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Cockerill looks for significant win

Leicester team director Richard Cockerill thinks victory over Leinster in this weekend's Heineken Cup quarter-final would represent one of the club's most significant successes.

The Tigers are English rugby's most decorated club having won nine Aviva Premiership titles as well claiming back-to-back Heineken Cup titles at the start of the last decade. But Cockerill believes a victory at the Aviva Stadium on Saturday would rank near to those titles triumphs - because of the financial restrictions of the salary cap currently placed on English clubs.

"Leicester have done some great things in the past, but I would say it would be quite significant," he said. "The two English clubs that are left in the Heineken Cup, if they were able to have wins this weekend given the restrictions on their squad size and what they can spend on the squads, clearly that would be some achievement."

Cockerill has spoken out on the subject of the salary cap many times before, but the claims it is hurting English clubs' hopes of reaching the latter stages of Europe's premier club competition were underlined last season when only Northampton reached the knockout stage, while free-spending French sides Biarritz and Toulouse reached the final.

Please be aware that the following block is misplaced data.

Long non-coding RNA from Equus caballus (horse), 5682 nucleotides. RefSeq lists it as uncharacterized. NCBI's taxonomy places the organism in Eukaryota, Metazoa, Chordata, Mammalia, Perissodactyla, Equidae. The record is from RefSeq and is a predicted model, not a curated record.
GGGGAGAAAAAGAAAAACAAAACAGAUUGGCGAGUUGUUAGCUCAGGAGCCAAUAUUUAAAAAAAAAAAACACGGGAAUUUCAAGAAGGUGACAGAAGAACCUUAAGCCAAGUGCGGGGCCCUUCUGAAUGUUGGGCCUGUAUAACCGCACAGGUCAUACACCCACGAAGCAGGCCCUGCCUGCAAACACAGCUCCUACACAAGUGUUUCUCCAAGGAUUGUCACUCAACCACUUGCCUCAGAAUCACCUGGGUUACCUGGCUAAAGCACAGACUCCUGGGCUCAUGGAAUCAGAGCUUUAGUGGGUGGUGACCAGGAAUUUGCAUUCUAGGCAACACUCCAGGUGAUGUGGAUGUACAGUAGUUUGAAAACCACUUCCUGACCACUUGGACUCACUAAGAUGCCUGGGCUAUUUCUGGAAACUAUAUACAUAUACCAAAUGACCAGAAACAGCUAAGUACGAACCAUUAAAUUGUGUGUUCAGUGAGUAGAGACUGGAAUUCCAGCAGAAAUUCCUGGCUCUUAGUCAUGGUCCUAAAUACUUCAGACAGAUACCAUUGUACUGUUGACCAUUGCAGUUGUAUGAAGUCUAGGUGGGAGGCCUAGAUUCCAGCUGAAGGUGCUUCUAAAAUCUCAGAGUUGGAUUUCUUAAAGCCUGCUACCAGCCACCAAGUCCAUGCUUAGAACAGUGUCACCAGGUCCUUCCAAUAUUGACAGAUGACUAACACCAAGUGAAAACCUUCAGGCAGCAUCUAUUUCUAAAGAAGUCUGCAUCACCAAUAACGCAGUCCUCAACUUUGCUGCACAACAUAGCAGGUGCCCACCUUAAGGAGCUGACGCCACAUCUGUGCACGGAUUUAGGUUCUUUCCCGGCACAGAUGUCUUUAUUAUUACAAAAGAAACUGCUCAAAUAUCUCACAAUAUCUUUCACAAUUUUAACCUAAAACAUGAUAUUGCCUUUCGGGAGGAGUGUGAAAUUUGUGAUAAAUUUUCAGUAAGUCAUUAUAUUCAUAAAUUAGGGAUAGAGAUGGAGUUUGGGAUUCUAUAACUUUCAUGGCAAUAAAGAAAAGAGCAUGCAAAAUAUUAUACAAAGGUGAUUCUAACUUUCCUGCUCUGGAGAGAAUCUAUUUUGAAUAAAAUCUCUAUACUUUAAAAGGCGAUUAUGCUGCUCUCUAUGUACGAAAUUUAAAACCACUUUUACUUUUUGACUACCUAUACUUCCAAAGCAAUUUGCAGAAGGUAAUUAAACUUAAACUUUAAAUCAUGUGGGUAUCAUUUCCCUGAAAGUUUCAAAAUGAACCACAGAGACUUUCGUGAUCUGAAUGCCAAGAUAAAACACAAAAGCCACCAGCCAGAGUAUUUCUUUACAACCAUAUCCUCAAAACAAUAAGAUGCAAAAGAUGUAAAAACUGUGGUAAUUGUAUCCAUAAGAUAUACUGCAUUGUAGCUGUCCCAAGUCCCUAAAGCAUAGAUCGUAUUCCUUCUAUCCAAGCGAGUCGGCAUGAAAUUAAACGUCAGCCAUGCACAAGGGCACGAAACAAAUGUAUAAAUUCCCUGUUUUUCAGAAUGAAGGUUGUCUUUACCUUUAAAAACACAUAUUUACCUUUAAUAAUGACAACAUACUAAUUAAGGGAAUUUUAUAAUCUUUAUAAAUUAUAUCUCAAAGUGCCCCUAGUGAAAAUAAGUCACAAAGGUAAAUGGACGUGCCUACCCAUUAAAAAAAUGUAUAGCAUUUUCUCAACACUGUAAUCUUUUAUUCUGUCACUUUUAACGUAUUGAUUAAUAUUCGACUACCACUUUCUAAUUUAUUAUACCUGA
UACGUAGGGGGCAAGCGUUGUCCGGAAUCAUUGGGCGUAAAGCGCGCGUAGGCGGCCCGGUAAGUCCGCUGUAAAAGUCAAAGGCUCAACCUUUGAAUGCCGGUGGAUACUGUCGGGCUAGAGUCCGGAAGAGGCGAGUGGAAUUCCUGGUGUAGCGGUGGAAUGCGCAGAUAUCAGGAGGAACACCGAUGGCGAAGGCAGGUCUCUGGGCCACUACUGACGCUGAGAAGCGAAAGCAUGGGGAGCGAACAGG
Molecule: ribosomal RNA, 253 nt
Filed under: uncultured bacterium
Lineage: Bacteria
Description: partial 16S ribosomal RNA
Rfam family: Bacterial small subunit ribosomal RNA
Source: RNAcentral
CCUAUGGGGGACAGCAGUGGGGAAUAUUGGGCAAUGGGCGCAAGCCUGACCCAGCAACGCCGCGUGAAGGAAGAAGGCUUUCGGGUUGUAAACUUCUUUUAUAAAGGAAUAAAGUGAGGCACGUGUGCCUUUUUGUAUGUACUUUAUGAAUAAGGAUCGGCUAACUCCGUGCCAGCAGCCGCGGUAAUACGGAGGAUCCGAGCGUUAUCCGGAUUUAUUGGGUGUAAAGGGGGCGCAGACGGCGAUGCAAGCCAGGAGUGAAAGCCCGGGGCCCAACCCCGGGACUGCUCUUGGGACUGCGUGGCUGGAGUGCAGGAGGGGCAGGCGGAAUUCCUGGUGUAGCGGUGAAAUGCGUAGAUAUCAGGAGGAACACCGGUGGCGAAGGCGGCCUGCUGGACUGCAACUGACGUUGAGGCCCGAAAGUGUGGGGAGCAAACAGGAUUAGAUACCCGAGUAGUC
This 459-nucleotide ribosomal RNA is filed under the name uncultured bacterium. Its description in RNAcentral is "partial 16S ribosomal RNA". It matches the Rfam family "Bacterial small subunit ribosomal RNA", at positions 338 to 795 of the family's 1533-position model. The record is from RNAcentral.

This season Leicester have joined Saints in the last eight, but their bid to end a nine-year wait to reclaim the title has been complicated by their daunting trip to the Aviva Stadium.

Leinster have lost just one of their past 16 Heineken Cup matches in Dublin while they won when the sides last met in the 2009 final at Murrayfield.

"It's a hard trophy to win. It's hard enough just to get out of the pool stages and then you've got to manoeuvre and your way through a quarter-final and the knockout stages," Cockerill added.

"I think we would like to win it because it is the biggest trophy of them all.

"We've done it previously, but then the club game and the finances have changed since the times when we won it and even the last final.

"We'd like to win it for obvious reasons but I don't think there's any disgrace in having not won it in the last nine years."


From Belfast Telegraph